• The need to champion particular undertakings in the world.
  • The importance of shutting people out of our Life if they are negative influences or detract us from accomplishing our personal Life purpose.
  • Speaking the truth, even when unpopular or painful.

We all have something that we feel must be defended or championed at all cost – something that we are passionate about.

However, many people are unwilling to let the voice of their inner champion to be heard aloud.  They are willing to die with their song still inside them instead of sharing the song with others.

But if we TRULY want what is important for us to manifest in our world, keeping it a secret will not allow it to develop, to blossom, to inspire others or to change the world in anyway.

Understand that the message you wish to share may need to be crafted so that the recipient understands and possibly resonates with it.  There WILL be resistance, no matter how “wonderful” or “inspiring” your message is in your own mind. 

People will not always agree with you.  Some people will hate you and will do anything to crush what you wish to share.

But many will respect you for what you believe in if you stand up for something in a manner that is done passionately, intelligently and respectfully.  And some of this group of people will step forward to help you make your thoughts a reality.

To dare to risk everything, to stand up for what you believe in and to do it with conviction and respect will take us a LOT further in Life than apathy, indifference, waiting for someone else to fix something, steamrolling people or avoiding something because it’s a “hot potato”.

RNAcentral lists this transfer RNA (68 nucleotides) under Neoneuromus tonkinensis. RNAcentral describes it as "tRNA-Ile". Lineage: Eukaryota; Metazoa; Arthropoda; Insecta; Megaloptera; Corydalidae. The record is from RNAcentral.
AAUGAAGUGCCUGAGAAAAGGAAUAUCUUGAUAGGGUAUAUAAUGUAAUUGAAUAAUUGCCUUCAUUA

Three quotes come to mind:

To dare is to lose one's footing momentarily.  To not dare is to lose oneself.  - Soren Kierkegaard

Many great ideas have been lost because the people who had them could not stand being laughed at.  ~Author Unknown

The fear of being laughed at makes cowards of us all.  ~Mignon McLaughlin, “The Neurotic's Notebook”

Do you dare to lose your footing?

Are you willing to be laughed at because you are so passionate about something that you are willing to do whatever it takes, even if it seems silly, unpopular or potentially loaded with personal / career destroying potential?

Do you dare to be audacious, to bravely expose your big dreams to the nurturing warmth of daylight?

Are you prepared to stand for something when no one else wants to, when they don’t want you to or when everyone is waiting for another brave soul to step up first?

Good – because the world needs people like you to make a difference – a difference that is needed more than ever.

Or as Howard Thurman wrote:

Don’t ask what the world needs.  Ask what makes you come alive, and go do it. Because what the world needs is people who have come alive.

WHAT are you waiting for?

In service and servanthood,


For my Musings-in-a-Minute version of “Stand Up For Something, Will Ya?”, please click here.